In the pre Gutenberg world books needed to be written by hand. This meant that in Europe they were written in Latin so as to be universal. Generally, you could not waste a book on just the German speakers, for example. This meant, obviously, that only the most educated few had access to whatever knowledge was preserved in writing.
With Gutenberg’s 1440′s invention of mechanical book production, however, the time and expense of book publication fell precipitously, and this allowed for the dramatic rise in publication of books in many languages (which are essentially smaller more specialized audiences). It also allowed for an ever increasing array of acceptable subject matter.
The result in the 18th century was many-fold and expansive, including (among other things) the novel, the newspaper, the magazine, modern democracy, and the scientific revolution. All these new things allowed for the further expansion of what could be written about and how fast information was able to spread. The process only amplified in the 19th century with such things as the “penny press”, starting in the 1830′s, through which printable subject matter was eventually expanded to include almost anything of interest to readers.
Prior to the mid 19th century, the speed of the news was limited by that of the ships and horses that carried it. This all changed due to an 1844 Samuel Morse patent for the telegraph. As a consequence of this device, and the subsequent building of a global network of underwater cables, when Mt. Krakatoa exploded in 1883, news of the event was distributed globally literally overnight. Things only accelerate from there.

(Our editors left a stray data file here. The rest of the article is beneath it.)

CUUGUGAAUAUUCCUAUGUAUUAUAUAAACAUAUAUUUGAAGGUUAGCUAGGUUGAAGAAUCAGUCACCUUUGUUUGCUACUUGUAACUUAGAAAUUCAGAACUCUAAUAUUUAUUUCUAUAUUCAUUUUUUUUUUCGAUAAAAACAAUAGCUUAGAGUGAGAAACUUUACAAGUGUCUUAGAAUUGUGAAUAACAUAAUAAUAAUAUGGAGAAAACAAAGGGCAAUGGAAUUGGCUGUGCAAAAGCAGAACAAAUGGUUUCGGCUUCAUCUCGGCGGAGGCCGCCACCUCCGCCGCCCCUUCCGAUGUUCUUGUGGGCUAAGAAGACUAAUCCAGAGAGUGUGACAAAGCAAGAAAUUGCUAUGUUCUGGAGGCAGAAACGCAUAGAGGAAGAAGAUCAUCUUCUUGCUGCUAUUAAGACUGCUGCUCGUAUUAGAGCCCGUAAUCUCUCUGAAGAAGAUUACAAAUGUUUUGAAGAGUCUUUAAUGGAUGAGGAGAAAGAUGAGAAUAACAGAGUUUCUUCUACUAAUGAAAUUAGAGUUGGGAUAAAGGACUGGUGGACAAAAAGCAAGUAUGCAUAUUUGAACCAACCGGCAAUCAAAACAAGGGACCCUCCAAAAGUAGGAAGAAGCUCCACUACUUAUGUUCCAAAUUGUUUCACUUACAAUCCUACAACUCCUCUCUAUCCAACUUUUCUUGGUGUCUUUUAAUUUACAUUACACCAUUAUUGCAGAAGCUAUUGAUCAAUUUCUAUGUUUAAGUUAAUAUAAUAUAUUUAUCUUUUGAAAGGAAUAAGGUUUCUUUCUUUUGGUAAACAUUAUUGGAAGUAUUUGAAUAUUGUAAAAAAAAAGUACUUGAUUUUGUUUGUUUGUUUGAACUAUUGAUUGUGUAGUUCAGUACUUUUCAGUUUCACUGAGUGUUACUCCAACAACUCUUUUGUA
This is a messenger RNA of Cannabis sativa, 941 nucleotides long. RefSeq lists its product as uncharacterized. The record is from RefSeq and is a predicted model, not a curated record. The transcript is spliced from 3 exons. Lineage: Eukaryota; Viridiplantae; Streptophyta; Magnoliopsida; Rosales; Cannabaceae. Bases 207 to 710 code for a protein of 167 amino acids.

In the 20th century, with the advent of mass communications, things get pretty messy in terms of the progress toward servicing the interests of a tightly defined audience, but newspapers and subsequently radio continue to distribute the news ever faster, with ever increasing range and diversity of content. Radio serves to shorten even further the delivery time for news. Television temporarily reverses the course of specialization with mass focused content, but the late 20th century developments of Internet communication re-capture and overtake this lost ground, delivering content to ever more specialized audiences, at ever greater speeds, while continually reducing the threshold of what qualifies as news.
This brings us to Twitter.
So, here we are, still at the threshold of the 21st century and what qualifies as news is defined by Twitter “what I’m doing right now” and my audience is a group of interested followers who get this personalized “news” content from me delivered to their desktop, essentially live, as it happens.
To quote the famous first words transmitted over the telegraph: “What hath God wrought?” … “Have you any news?”